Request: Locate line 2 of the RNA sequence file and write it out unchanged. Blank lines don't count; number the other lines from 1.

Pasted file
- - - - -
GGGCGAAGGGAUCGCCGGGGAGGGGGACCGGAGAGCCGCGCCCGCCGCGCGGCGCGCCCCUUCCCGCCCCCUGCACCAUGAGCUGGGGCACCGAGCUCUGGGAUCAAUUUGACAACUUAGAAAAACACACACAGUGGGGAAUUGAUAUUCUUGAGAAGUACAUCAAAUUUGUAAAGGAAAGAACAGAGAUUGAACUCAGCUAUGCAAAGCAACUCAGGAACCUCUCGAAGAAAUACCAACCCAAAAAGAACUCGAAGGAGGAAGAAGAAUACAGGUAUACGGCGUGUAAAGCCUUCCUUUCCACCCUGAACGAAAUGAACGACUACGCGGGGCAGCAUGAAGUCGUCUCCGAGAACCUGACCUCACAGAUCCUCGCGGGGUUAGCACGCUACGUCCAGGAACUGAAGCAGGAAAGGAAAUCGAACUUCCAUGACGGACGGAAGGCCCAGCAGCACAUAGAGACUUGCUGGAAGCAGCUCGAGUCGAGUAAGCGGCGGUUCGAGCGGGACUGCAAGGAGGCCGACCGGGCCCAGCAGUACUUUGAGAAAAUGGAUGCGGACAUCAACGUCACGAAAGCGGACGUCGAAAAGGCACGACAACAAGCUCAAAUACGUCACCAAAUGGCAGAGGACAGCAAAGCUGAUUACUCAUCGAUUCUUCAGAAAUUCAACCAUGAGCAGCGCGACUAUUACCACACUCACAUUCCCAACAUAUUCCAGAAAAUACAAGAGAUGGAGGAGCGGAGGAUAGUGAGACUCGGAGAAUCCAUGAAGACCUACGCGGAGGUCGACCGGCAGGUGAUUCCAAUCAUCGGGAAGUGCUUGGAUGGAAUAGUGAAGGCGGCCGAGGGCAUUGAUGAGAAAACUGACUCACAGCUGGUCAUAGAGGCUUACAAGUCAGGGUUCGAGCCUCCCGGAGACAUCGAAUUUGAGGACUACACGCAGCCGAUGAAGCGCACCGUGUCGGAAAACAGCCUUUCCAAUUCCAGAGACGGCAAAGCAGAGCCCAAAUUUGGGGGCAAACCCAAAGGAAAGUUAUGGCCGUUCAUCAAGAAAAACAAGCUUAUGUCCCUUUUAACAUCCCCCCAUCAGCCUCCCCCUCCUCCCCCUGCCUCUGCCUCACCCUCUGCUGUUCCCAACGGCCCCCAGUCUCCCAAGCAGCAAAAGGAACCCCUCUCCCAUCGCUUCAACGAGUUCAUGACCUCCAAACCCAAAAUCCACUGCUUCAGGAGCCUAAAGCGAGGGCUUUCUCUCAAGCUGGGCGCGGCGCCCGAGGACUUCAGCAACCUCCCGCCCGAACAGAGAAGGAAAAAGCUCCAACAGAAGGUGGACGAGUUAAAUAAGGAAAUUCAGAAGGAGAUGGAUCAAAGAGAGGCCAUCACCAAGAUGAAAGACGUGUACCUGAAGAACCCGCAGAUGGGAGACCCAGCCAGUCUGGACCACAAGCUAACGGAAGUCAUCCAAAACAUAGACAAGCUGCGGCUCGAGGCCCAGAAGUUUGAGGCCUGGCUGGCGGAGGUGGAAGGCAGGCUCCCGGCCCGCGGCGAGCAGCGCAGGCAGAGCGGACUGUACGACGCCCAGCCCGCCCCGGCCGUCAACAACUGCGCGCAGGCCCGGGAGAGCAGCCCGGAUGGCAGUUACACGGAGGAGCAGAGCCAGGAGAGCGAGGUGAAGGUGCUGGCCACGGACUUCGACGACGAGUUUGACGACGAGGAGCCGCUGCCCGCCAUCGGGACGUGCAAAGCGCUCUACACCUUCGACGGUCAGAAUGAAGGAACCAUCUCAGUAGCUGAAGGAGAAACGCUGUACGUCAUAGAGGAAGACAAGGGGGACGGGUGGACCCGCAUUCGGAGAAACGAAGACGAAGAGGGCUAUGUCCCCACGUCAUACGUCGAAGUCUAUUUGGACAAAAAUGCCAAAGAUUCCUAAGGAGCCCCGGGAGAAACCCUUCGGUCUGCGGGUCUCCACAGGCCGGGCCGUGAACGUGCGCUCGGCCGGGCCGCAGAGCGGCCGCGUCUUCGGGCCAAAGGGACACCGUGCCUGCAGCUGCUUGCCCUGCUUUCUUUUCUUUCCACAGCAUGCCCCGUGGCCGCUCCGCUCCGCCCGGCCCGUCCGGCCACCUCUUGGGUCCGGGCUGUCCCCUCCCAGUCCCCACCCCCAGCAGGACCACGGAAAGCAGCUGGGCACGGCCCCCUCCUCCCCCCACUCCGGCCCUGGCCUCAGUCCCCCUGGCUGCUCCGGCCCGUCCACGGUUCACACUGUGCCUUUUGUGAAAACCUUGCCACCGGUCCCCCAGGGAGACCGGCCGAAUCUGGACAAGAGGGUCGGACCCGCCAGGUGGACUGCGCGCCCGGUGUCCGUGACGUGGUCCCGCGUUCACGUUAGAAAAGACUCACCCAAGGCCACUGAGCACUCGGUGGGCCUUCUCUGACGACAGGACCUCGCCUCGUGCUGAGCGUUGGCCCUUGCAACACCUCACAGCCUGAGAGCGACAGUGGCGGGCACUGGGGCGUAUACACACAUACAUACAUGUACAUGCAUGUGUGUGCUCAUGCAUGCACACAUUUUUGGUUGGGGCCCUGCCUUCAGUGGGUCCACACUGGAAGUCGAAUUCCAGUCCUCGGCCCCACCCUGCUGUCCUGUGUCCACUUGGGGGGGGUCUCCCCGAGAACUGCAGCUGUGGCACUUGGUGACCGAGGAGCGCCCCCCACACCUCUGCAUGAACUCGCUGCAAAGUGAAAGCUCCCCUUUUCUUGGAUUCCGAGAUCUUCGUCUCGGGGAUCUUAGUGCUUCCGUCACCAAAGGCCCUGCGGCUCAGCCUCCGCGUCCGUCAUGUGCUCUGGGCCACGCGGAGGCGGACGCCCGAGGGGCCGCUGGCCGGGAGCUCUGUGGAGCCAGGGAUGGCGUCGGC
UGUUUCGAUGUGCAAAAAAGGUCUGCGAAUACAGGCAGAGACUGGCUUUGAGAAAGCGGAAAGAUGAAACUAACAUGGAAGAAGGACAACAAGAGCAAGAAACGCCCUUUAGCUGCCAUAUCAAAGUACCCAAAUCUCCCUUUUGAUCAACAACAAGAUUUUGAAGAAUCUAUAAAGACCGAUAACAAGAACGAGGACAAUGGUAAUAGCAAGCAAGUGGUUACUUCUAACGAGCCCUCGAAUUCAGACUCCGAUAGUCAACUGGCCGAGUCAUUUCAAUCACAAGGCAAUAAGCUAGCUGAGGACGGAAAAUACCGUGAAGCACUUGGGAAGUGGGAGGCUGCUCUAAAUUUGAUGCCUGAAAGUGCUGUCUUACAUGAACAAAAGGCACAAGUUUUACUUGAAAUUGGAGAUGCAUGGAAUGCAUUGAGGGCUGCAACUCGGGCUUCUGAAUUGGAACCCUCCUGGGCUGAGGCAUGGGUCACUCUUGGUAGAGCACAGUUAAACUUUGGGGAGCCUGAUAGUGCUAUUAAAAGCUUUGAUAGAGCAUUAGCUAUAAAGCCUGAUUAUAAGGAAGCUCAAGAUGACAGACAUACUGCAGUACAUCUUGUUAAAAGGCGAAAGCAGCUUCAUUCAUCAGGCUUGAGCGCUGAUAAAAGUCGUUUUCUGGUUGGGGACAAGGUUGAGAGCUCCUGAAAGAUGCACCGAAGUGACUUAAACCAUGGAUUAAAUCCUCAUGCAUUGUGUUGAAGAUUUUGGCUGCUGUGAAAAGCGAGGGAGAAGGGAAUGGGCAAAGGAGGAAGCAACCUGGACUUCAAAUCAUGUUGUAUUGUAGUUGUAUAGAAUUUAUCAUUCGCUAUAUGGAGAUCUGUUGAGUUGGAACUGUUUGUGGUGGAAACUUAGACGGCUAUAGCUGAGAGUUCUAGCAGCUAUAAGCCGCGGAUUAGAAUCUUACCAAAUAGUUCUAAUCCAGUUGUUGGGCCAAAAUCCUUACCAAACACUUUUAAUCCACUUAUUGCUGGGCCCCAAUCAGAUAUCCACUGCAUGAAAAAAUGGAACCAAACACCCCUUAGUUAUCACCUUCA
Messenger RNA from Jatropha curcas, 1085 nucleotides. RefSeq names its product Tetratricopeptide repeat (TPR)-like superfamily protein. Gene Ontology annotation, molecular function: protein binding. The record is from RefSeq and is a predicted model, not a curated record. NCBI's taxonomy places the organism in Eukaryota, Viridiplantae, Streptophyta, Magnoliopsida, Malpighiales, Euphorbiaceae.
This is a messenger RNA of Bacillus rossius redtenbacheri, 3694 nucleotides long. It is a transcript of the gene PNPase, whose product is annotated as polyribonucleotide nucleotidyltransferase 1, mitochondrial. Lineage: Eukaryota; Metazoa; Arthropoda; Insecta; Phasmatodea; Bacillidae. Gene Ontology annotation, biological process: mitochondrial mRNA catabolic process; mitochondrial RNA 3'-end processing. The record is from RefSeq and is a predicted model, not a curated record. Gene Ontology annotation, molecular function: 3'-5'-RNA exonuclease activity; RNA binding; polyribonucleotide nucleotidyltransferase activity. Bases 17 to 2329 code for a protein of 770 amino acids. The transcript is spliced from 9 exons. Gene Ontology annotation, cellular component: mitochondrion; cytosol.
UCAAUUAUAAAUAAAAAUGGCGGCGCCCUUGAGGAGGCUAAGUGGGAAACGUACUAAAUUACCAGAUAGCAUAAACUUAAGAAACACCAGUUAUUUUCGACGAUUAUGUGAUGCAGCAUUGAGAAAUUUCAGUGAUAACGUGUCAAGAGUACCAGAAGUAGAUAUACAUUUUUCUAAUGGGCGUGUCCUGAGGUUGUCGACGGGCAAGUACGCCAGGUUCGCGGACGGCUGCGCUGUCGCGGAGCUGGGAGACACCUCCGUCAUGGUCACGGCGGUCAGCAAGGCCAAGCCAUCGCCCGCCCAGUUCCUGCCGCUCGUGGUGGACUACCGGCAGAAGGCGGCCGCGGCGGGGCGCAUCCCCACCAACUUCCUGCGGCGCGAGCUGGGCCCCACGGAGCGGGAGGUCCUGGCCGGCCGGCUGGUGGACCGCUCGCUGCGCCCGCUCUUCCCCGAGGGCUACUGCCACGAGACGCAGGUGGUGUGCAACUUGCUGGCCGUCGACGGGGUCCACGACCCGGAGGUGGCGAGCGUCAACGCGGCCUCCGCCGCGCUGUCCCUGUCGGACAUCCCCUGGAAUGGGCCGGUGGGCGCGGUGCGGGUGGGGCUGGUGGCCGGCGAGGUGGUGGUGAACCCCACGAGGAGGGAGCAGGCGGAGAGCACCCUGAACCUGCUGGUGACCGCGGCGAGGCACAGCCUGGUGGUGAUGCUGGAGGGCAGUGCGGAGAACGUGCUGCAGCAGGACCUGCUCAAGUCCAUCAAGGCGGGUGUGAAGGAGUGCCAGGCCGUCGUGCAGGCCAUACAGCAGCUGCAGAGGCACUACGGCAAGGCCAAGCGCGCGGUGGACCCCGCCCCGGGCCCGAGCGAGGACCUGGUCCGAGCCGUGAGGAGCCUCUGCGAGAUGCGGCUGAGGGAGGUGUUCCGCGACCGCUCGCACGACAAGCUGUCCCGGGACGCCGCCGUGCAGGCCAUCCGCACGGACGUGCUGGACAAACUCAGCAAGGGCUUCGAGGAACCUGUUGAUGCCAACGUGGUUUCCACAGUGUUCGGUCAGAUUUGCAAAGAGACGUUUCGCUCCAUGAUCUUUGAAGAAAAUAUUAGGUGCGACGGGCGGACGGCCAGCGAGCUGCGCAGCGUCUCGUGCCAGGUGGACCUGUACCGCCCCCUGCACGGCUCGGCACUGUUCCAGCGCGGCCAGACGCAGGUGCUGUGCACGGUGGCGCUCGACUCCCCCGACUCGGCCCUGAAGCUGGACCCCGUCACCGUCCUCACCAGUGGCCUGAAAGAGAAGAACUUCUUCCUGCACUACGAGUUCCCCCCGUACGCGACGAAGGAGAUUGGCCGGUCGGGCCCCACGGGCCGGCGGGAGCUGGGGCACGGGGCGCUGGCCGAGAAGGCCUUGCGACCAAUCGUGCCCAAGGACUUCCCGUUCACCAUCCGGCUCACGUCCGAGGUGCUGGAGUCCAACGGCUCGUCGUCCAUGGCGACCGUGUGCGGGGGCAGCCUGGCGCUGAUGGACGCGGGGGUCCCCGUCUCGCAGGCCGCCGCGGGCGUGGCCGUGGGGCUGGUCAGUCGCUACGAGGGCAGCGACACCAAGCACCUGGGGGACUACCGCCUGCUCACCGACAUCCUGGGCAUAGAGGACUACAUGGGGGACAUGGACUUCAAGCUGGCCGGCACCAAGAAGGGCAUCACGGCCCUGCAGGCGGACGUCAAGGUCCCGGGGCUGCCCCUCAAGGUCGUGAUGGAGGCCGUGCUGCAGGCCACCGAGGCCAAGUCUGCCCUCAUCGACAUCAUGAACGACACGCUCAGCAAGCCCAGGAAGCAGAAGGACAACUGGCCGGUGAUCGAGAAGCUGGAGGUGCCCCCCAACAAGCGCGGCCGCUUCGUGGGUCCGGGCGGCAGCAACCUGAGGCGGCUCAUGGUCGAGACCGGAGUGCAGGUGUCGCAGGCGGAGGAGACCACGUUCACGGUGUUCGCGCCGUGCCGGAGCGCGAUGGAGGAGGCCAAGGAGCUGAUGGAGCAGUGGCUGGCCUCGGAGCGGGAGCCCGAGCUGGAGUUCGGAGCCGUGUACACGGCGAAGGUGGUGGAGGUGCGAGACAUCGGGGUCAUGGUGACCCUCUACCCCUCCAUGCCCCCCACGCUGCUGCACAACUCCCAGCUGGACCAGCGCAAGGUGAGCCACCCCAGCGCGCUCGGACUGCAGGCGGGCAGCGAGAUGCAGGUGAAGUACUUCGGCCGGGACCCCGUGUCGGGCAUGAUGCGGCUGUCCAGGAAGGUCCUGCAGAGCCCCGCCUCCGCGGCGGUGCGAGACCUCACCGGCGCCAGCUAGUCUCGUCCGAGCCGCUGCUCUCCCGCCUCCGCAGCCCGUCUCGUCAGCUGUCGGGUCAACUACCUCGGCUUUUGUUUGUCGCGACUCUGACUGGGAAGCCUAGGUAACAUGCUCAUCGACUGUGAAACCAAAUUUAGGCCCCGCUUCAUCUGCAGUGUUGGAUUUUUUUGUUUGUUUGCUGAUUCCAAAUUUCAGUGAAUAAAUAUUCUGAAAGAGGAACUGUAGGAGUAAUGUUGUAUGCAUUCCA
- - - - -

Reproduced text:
UGUUUCGAUGUGCAAAAAAGGUCUGCGAAUACAGGCAGAGACUGGCUUUGAGAAAGCGGAAAGAUGAAACUAACAUGGAAGAAGGACAACAAGAGCAAGAAACGCCCUUUAGCUGCCAUAUCAAAGUACCCAAAUCUCCCUUUUGAUCAACAACAAGAUUUUGAAGAAUCUAUAAAGACCGAUAACAAGAACGAGGACAAUGGUAAUAGCAAGCAAGUGGUUACUUCUAACGAGCCCUCGAAUUCAGACUCCGAUAGUCAACUGGCCGAGUCAUUUCAAUCACAAGGCAAUAAGCUAGCUGAGGACGGAAAAUACCGUGAAGCACUUGGGAAGUGGGAGGCUGCUCUAAAUUUGAUGCCUGAAAGUGCUGUCUUACAUGAACAAAAGGCACAAGUUUUACUUGAAAUUGGAGAUGCAUGGAAUGCAUUGAGGGCUGCAACUCGGGCUUCUGAAUUGGAACCCUCCUGGGCUGAGGCAUGGGUCACUCUUGGUAGAGCACAGUUAAACUUUGGGGAGCCUGAUAGUGCUAUUAAAAGCUUUGAUAGAGCAUUAGCUAUAAAGCCUGAUUAUAAGGAAGCUCAAGAUGACAGACAUACUGCAGUACAUCUUGUUAAAAGGCGAAAGCAGCUUCAUUCAUCAGGCUUGAGCGCUGAUAAAAGUCGUUUUCUGGUUGGGGACAAGGUUGAGAGCUCCUGAAAGAUGCACCGAAGUGACUUAAACCAUGGAUUAAAUCCUCAUGCAUUGUGUUGAAGAUUUUGGCUGCUGUGAAAAGCGAGGGAGAAGGGAAUGGGCAAAGGAGGAAGCAACCUGGACUUCAAAUCAUGUUGUAUUGUAGUUGUAUAGAAUUUAUCAUUCGCUAUAUGGAGAUCUGUUGAGUUGGAACUGUUUGUGGUGGAAACUUAGACGGCUAUAGCUGAGAGUUCUAGCAGCUAUAAGCCGCGGAUUAGAAUCUUACCAAAUAGUUCUAAUCCAGUUGUUGGGCCAAAAUCCUUACCAAACACUUUUAAUCCACUUAUUGCUGGGCCCCAAUCAGAUAUCCACUGCAUGAAAAAAUGGAACCAAACACCCCUUAGUUAUCACCUUCA